We arrive at Bob's place, and he's our age or a little more. I've got my birder's vest and binoculars on, and he says, "I see you're dressed for birding." He tells us to park our motorhome, and he'll drive us to the bower. Fantastic. We get all our stuff - digital camera, video camera, binocs, digital voice recorder, etc. He has this old beatup ute full of handy things that a person might need in an emergency. He moves some of them around, and I get in the front and Sharon in the back. We like Bob and his ute and his dog right away.

"Is he a Blue Heeler?" Sharon asks Bob, of his dog Blue. "Partly," he says. It's a cattle dog, Sharon tells me. Bob tells Blue to jump up on the back bed of the ute, and up he goes. Blue clearly loves Bob, but probably not as much as Bob loves Blue. Or maybe they're exactly the same. Anyway, Blue has some scratches on him that appear to go right down to the skin. Sharon asks about them, and Bob says, "That's from accidentally dragging him a couple of blocks." Blue doesn't seem to hold it against Bob, and we're not actually sure that it was Bob that did it. Maybe Blue was chasing passing cars and bit onto a bumper and wouldn't let go. Or something.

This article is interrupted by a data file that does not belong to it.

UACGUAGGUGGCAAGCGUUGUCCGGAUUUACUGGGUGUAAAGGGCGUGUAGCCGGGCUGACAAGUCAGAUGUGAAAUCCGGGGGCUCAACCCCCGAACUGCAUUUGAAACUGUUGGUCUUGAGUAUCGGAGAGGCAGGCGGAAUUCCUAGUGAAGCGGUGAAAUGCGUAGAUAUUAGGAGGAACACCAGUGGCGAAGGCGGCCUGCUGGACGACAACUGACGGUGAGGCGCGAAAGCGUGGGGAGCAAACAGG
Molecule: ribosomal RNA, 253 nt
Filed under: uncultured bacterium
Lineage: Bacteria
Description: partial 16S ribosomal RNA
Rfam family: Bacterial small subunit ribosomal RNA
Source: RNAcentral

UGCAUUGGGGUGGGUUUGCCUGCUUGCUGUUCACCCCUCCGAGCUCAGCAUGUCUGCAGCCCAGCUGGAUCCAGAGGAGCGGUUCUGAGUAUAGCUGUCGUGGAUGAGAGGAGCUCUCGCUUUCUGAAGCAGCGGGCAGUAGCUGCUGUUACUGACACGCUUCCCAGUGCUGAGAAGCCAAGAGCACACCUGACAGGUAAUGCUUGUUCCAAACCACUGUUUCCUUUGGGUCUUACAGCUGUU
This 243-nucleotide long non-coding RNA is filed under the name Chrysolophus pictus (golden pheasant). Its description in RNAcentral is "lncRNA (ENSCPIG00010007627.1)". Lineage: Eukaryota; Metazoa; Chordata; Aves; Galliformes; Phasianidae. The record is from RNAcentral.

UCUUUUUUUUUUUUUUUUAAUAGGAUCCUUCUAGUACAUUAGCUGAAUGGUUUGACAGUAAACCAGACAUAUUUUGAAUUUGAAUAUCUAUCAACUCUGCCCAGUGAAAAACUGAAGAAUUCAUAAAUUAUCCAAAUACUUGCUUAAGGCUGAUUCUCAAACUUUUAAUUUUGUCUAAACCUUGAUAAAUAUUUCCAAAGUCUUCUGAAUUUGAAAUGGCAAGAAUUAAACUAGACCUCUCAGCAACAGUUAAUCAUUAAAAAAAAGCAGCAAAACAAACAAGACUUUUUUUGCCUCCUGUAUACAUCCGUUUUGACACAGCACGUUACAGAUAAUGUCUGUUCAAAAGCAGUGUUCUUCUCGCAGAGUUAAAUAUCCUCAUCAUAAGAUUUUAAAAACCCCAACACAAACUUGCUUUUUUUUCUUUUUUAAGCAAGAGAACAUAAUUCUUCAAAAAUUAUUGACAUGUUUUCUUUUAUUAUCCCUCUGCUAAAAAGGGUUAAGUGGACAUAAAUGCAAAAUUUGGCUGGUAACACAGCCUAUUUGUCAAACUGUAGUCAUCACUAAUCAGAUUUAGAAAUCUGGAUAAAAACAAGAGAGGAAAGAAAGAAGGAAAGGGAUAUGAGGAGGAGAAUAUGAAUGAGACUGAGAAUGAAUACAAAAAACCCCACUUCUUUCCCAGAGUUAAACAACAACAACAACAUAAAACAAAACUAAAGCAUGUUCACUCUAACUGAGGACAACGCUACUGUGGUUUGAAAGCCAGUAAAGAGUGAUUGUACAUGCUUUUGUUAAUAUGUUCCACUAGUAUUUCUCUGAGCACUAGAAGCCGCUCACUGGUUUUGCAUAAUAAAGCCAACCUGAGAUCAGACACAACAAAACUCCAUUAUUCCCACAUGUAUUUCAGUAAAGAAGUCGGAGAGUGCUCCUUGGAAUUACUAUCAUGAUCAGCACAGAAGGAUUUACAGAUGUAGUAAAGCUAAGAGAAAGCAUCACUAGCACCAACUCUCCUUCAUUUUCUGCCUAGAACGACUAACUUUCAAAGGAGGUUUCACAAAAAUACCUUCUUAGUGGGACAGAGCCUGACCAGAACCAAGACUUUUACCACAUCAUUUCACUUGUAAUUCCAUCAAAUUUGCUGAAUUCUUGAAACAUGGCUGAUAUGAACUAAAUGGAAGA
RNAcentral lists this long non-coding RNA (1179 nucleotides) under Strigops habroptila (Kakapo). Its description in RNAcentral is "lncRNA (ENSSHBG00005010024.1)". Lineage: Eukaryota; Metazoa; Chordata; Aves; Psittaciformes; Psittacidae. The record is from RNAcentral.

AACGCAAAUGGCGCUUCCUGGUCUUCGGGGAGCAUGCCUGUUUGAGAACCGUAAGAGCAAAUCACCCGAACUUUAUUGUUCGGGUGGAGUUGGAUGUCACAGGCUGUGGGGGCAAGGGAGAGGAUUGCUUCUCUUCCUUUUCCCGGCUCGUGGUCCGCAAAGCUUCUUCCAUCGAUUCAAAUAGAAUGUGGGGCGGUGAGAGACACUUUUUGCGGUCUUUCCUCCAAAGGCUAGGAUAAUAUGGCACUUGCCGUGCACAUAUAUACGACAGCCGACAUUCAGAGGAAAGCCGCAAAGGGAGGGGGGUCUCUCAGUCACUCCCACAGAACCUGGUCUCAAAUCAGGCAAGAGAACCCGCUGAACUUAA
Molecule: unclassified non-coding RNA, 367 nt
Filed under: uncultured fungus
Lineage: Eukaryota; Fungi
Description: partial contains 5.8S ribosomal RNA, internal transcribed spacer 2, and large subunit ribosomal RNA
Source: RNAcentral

We head out for the Spotted Bowerbird place as we trade stories and bird sightings during the trip. He said he's been a birder for about eight years. He's a fascinating, intense conversationalist, and is passionate about the birds. I love this. We've been birding nine years, so we share the starting-late-in-life thing.

We make all the roads, leave the bitumen and when we get a mile or so from our destination, Bob stops, unclips Blue from the truck and tells Blue to run. As Bob gets back in, Blue takes a dump right in front of the truck. "He always does that," says Bob, who steers around him and drives fairly slowly down the road. Blue immediately stops and runs alongside. Bob says, "Often he has to stop and take another one," just as Blue stops and takes another one. Bob drives on, and Blue will catch up with us soon.